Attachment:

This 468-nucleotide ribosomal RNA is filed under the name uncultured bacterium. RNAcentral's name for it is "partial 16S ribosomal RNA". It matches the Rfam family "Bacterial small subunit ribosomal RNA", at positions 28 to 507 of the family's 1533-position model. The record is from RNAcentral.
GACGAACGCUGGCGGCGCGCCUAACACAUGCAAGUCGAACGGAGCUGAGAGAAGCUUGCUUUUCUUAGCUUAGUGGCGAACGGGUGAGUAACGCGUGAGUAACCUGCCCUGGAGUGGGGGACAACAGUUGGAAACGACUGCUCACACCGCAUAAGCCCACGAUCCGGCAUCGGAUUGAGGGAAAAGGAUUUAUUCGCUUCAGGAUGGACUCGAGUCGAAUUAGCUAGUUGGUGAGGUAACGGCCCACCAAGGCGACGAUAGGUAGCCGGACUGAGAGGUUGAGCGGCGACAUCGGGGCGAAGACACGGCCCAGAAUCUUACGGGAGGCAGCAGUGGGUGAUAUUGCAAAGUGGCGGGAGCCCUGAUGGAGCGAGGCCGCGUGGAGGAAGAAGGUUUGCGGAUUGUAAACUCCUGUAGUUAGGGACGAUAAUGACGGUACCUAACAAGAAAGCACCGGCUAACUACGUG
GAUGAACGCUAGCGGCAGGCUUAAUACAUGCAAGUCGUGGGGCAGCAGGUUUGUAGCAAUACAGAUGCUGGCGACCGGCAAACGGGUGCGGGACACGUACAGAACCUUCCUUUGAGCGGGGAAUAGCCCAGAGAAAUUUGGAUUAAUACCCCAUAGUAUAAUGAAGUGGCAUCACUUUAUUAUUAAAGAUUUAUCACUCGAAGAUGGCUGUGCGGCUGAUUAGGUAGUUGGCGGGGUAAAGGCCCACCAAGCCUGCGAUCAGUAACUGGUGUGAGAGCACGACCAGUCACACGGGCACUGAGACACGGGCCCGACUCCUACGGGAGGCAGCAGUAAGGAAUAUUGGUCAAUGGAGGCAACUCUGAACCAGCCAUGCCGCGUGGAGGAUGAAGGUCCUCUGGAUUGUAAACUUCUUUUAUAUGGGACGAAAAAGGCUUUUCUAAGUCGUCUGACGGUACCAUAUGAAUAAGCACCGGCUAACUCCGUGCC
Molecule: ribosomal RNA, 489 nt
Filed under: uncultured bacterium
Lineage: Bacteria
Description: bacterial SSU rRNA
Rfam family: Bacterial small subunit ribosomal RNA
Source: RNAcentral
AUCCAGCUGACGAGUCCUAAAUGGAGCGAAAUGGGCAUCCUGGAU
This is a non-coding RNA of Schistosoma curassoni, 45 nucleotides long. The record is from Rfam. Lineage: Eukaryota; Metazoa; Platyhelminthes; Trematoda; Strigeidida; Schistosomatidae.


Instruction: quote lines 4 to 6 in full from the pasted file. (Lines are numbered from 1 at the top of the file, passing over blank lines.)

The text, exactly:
Molecule: ribosomal RNA, 489 nt
Filed under: uncultured bacterium
Lineage: Bacteria